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No beating about the bush.
Association for Democratic Reforms has filed a complaint to the Central Information Commission (CIC) to take action against Congress, BJP, CPI, CPI (M), NCP and BSP
Association for Democratic Reforms (ADR), which along with right to information (RTI) activist Subhash Chandra Agrawal has been campaigning for the six national political parties to come under RTI, after having procured sensational documents under RTI Act pointing that these parties are ‘public authorities’. They are now asking the Central Information Commission (CIC) for action against these political parties since they have not abided by CIC’s 3 June 2013 verdict (CIC/SM/C/2011/001386 & 000838 dated 3 June 2013) of directing all these parties to appoint Public Information Officers (PIOs) within six weeks.
On 11 December 2013, ADR and Mr Agrawal filed a complaint against six national political parties, Indian National Congress (Congress), Bharatiya Janata Party (BJP), Communist Party of India (Marxist)-CPI(M), Communist Party of India (CPI), Nationalist Congress Party (NCP) and Bahujan Samaj Party (BSP).
Their press release stated: “Central Information Commission in its full-bench verdict dated 3 June 2013 had held that six national political parties INC, BJP, CPI, CPI(M), NCP and BSP were public authorities under the Right to Information Act, 2005. The Commission further directed the six political parties to appoint Public Information Officers (PIOs/CPIOs) within six weeks of the order, to respond to existing RTI queries within the next four weeks. The six parties have not complied with the CIC even after more than six months. By doing this political parties are defying the decision of a statutory authority. The CIC had given its decision of 3 June 2013, after several hearings of similar complaints filed by the ADR and the well-known RTI activist, Mr Agarwal. Earlier, Mr Agarwal had filed a complaint for non-compliance on 29 August 2013 after 12 weeks of the CIC decision. He also filed another complaint on 9 September 2013.”
It may be recalled that the CIC, in its decision had ruled that political parties should come under the ambit of RTI, considering that the Election Commission (EC) is the public authority, which plays a crucial role in bringing any political party into existence and its control over them, subsequently. It also took into account the fact that political parties are substantially funded by the government, thus making them, public authorities under Section 2 (h)(ii).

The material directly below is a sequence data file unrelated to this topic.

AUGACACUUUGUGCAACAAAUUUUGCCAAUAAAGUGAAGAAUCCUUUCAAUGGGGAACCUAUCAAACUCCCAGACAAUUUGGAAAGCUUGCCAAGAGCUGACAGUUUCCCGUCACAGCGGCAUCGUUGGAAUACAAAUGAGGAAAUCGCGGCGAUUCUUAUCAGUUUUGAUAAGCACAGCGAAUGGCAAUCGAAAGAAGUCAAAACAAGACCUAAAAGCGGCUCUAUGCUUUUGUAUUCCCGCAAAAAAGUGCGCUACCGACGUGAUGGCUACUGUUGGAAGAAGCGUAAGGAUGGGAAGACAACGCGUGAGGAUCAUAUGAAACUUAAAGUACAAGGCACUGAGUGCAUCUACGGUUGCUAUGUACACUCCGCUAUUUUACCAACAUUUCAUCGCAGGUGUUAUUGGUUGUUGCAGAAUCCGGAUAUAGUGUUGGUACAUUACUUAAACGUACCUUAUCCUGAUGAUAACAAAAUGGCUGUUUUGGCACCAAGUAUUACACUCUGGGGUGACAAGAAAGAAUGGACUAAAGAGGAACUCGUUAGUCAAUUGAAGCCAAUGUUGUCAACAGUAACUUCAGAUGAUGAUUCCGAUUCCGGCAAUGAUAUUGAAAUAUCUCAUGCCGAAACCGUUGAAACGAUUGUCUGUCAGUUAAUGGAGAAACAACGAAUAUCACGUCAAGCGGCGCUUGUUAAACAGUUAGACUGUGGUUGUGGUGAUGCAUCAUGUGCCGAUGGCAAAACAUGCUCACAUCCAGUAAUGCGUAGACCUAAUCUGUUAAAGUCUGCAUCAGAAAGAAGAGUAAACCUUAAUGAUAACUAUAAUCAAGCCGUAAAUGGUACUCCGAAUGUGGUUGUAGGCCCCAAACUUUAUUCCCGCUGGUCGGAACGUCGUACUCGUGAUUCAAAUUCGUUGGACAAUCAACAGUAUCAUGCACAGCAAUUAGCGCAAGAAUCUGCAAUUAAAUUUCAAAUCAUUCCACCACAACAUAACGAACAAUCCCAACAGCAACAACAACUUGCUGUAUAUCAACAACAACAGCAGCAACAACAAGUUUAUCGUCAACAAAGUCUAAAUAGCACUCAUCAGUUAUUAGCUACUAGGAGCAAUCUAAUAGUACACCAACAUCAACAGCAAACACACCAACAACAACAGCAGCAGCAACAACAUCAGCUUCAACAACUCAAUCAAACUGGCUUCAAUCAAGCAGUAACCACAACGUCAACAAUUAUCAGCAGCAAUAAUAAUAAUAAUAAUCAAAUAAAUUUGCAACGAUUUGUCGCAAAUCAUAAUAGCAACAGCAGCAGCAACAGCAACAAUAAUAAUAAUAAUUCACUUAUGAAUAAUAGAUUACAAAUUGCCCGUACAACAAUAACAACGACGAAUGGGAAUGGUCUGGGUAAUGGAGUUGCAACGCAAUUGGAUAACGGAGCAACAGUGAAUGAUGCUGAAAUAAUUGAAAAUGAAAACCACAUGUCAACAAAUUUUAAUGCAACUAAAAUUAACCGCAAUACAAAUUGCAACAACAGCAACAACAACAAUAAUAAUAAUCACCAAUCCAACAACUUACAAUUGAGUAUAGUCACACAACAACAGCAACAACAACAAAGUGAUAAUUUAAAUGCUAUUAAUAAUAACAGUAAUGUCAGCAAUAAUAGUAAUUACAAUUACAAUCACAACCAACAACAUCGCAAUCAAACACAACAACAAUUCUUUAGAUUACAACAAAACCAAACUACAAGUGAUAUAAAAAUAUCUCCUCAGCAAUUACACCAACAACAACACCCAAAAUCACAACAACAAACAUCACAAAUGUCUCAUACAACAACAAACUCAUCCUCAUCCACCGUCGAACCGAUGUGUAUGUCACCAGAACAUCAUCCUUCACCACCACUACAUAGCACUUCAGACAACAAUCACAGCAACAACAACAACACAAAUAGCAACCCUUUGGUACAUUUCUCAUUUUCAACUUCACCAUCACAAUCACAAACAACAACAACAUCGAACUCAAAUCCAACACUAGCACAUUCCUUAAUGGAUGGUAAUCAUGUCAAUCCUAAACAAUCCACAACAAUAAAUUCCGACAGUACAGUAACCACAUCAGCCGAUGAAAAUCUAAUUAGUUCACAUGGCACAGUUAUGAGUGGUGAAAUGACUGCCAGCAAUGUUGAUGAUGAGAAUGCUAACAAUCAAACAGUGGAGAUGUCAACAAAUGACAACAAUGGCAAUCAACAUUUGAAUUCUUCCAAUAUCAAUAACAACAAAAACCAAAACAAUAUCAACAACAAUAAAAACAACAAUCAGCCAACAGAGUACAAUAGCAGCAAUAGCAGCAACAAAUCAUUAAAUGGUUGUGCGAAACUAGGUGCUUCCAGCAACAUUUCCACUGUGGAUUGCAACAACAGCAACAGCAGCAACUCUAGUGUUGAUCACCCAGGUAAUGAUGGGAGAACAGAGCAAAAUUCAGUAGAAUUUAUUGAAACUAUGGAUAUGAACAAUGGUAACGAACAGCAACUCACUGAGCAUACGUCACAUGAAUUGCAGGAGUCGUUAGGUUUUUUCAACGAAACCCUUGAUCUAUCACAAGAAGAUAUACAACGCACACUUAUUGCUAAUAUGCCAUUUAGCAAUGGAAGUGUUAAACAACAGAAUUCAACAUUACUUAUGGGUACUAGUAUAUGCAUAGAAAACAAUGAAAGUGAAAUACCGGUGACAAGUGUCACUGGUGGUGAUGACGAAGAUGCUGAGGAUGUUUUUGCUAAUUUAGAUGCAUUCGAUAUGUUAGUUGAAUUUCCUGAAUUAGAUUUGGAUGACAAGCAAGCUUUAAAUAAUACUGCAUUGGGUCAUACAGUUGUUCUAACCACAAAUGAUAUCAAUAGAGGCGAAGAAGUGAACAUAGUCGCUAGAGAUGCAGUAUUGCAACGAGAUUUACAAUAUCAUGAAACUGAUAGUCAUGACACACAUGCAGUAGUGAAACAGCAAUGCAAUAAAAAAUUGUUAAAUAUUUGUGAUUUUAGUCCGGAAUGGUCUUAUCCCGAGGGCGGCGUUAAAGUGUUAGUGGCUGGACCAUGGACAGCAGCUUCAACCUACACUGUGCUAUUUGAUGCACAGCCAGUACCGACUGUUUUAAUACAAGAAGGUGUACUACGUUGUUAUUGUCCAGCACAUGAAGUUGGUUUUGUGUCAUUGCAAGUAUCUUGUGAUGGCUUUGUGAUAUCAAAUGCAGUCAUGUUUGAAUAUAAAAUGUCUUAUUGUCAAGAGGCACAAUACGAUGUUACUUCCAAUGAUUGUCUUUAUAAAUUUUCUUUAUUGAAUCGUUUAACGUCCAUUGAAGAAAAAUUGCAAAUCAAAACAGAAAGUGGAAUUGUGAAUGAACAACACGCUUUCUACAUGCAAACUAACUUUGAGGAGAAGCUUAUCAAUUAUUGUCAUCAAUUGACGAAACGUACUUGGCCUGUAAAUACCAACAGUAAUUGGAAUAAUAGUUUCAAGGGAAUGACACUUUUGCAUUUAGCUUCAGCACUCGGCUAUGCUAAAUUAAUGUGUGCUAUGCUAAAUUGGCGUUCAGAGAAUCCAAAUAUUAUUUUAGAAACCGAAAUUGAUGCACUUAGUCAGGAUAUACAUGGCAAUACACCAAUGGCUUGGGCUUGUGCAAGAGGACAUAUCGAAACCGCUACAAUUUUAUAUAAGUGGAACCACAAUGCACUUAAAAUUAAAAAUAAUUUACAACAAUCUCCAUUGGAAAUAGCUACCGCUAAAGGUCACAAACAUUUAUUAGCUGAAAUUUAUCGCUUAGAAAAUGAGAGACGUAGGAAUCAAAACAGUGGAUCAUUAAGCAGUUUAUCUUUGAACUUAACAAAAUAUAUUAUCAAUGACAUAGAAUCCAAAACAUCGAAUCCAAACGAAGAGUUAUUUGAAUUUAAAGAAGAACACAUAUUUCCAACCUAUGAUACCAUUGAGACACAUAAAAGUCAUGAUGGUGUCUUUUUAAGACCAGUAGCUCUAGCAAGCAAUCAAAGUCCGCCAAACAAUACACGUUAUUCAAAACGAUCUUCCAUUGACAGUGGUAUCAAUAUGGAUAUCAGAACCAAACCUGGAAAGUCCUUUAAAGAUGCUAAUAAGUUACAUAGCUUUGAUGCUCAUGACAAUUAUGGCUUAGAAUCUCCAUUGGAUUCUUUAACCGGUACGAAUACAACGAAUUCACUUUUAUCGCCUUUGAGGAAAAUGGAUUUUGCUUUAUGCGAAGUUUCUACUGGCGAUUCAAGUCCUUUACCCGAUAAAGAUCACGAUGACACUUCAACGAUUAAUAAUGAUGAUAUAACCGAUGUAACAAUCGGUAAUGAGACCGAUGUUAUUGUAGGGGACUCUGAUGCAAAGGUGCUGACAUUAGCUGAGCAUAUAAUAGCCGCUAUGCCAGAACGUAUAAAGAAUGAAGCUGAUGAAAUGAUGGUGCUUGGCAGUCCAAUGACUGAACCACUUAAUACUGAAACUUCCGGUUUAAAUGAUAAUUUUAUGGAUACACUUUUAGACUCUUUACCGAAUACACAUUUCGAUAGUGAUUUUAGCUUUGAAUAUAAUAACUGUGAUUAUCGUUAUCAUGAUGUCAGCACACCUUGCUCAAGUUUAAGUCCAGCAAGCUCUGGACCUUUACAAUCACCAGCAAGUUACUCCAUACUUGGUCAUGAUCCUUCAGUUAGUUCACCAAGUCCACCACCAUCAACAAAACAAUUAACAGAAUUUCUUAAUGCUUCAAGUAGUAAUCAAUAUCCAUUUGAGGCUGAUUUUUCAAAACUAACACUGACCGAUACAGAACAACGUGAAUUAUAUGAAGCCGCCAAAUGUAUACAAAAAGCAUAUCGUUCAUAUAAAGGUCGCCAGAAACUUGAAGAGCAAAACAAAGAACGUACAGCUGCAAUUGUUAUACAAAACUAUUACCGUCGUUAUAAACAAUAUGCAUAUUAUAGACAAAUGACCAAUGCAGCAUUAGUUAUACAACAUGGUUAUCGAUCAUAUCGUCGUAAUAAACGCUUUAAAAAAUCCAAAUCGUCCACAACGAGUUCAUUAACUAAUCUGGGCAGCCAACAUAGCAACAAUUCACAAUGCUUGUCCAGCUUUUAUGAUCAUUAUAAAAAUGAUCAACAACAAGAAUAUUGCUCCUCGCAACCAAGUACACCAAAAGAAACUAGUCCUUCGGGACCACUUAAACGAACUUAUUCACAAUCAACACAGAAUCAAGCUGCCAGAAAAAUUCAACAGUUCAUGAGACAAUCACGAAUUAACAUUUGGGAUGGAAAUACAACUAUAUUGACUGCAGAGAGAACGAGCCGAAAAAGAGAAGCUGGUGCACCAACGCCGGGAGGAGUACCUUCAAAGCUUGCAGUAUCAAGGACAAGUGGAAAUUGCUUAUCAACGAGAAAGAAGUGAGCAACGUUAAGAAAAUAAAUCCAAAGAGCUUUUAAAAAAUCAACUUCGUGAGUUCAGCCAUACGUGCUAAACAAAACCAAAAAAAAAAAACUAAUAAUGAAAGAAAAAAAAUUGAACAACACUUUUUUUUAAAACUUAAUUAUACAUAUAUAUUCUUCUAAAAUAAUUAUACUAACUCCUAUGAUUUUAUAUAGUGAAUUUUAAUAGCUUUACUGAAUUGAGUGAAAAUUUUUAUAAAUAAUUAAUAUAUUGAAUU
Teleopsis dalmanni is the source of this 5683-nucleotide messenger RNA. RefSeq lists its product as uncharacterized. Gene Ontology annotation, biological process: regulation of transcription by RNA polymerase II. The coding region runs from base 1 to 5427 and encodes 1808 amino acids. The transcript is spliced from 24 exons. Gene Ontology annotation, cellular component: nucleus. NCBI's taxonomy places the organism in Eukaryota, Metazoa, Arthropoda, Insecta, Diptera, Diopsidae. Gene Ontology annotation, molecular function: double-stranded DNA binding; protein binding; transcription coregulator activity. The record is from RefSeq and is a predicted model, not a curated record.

A full bench comprising Chief Information Commissioner Satyananda Mishra, Information Commissioners ML Sharma and Annapurna Dixit based their judgment on the following grounds:
Anil Bahirwal, one of the founders of ADR, said, “Non-compliance by the political parties is akin to contempt of court. Such nonconformity by these national parties can be precarious to our democracy and interest of the public at large.’’
Our earlier stories on this subject in Moneylife
Following strong protests from RTI activists and citizens, the Maharashtra SIC withdrawn his order the blocked access to building plans under the transparency law
Following strong protest by activist and citizens, the Maharashtra state chief information commissioner (SIC) has withdrawn his ‘controversial’ order on blocking access to building plans or other document (like interior plans) to anyone under the Right to Information (RTI) Act.
RTI activists Shailesh Gandhi, who also served as Central Information Commissioner, and Bhaskar Prabhu had filed a complaint against the SIC order. They pointed out to Ratnakar Gaikwad, the SIC that his order was not as per the law and would lead to encouraging illegal building activities.